NHL

Marner pots OT winner as Leafs edge Sens

Mitch Marner scored on a power play at 3:54 of overtime as the Toronto Maple Leafs defeated the Ottawa Senators 2-1 on Saturday.

Toronto forward draws penalty, scores on ensuing power play in extra frame

Toronto Maple Leafs forward Mitch Marner celebrates his game-winning goal against the Ottawa Senators during overtime in Toronto on Saturday. (Nathan Denette/Canadian Press)

Michael Hutchinson used to watch the Battle of Ontario as a fan of the Maple Leafs.

Jason Spezza was in the middle of the action back then on the other side with the Ottawa Senators.

Both were key figures in the provincial rivalry's latest installment before Mitch Marner penned Saturday's final chapter.

The winger scored on a power play at 3:54 of overtime as Toronto defeated Ottawa 2-1 on night where Hutchinson made 24 saves and Spezza turned back the clock with a virtuoso performance than included an end-to-end rush and a stunning equalizer.

After the Leafs (28-17-7) killed off a penalty in the extra period where Senators defenceman Thomas Chabot rattle the post, Toronto got a man advantage of its own and Marner — known more for his vision and play-making ability — blasted his 14th on a one-timer off a feed from William Nylander.

"I don't think anyone really thinks I'm going to shoot that," Marner said. "Luckily it went in."

WATCH | Marner plays hero for Maple Leafs in OT:

Marner's OT blast powers Maple Leafs over Senators

Sports

1 year ago
1:33
Mitch Marner ripped home a power-play goal in overtime as the Toronto Maple Leafs beat the Ottawa Senators 2-1. 1:33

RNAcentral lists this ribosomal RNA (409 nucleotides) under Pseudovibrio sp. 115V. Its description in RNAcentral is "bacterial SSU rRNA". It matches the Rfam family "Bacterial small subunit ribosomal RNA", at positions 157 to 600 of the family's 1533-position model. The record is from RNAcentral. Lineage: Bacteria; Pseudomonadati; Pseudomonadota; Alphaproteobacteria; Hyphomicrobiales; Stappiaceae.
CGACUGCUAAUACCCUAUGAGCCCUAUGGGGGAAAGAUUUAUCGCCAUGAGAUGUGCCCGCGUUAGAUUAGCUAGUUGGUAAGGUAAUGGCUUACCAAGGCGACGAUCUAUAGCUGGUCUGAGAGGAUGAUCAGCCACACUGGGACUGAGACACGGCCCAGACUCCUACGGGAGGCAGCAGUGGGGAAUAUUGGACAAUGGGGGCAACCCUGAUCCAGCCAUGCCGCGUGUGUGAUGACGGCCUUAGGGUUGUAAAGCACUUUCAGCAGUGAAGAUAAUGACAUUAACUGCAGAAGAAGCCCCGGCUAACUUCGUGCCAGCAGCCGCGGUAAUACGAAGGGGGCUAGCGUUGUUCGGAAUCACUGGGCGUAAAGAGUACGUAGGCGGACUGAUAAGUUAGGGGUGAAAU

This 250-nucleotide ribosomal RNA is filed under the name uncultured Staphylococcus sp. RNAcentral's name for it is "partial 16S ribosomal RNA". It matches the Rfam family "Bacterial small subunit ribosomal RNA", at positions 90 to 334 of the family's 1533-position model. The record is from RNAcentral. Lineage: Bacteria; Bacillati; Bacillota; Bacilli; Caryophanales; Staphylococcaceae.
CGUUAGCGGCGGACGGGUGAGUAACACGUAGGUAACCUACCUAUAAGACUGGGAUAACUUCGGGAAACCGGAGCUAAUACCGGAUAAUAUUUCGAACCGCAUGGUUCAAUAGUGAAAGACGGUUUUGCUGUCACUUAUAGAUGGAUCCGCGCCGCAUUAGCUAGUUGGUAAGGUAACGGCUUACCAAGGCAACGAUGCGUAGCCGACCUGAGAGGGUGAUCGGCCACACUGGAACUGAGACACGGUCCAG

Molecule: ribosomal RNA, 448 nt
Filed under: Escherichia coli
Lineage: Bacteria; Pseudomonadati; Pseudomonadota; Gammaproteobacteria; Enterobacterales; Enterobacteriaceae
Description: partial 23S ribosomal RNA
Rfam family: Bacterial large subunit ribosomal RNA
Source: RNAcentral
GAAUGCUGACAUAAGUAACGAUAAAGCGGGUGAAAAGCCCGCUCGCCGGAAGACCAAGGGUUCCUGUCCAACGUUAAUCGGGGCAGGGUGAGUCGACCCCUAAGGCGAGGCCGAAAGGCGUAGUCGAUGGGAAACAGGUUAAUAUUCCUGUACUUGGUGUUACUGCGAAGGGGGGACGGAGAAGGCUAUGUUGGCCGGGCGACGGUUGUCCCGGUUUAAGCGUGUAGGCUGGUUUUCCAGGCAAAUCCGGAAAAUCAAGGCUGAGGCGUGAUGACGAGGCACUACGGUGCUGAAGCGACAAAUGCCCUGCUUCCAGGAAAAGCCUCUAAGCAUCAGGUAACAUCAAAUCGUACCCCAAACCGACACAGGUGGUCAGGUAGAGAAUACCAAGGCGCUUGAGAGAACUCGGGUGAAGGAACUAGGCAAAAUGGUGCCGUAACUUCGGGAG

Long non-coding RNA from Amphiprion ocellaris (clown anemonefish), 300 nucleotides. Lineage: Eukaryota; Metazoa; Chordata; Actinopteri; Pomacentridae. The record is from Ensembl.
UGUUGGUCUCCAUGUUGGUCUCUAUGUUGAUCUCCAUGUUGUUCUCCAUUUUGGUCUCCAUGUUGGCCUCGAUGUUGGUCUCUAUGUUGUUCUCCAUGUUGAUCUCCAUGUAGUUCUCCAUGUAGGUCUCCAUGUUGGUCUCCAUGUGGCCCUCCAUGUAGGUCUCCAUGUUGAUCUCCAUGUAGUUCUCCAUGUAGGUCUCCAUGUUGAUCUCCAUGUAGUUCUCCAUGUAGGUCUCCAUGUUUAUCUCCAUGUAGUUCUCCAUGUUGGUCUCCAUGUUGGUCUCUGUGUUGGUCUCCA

Mark Borowiecki replied for the rebuilding Senators (18-24-10), who got 34 stops from Craig Anderson after losing 5-3 at home to Washington on Friday.

"We stayed with it," Leafs head coach Sheldon Keefe said. "We knew it was going to be a really hard game, and it was."

Kapanen scratched for 'internal accountability'

Saturday's other big storyline was the Leafs' decision to scratch winger Kasperi Kapanen — the move wasn't injury-related and he watched from the Scotiabank Arena press box — with Dmytro Timashov taking his place in the lineup.

Keefe left a lot open to interpretation at his post-game news conference. "Internal accountability is really what it is," he said. "You [media] will get a chance to talk to him when we get together again on Monday."

Hutchinson, who got the call in place of No. 1 goalie Frederik Andersen with Toronto playing its first of five games in eight nights, improved to 4-0-0 over his last four starts after going winless in his first seven outings this season.

"I've been positive all year," he said. "We have a lot of confidence and our whole team has that swagger back."

The 29-year-old from Barrie, Ont., used to settle down in front of the television to watch Toronto and Ottawa go to war back in the 2000s, and was excited to be part of the action for the first time.

"It was a little extra added atmosphere," Hutchinson said. "It's also cool having Spezza on our side of the Battle of Ontario now. I grew up watching him on the other side of it.

"To be a part of it was pretty cool."

Spezza turns back the clock

Hutchinson was impressed with Spezza's performance, which was accentued by a bullet slapshot to tie the game in the second period.

"He was great," Hutchinson said of the 36-year-old nicknamed "Vintage" by teammates. "He turned back the clock with some of those dangles, flying through the neutral zone and that shot."

Spezza, meanwhile, tried to downplay his ties to the Toronto-Ottawa rivalry.

"It's a huge honour for me to play here for the Leafs," Spezza said. "This Battle of Ontario's ingrained in me. I've been on the other side and used to like coming in here and trying to win games.

"But I'm really not trying to focus on all the nostalgia."

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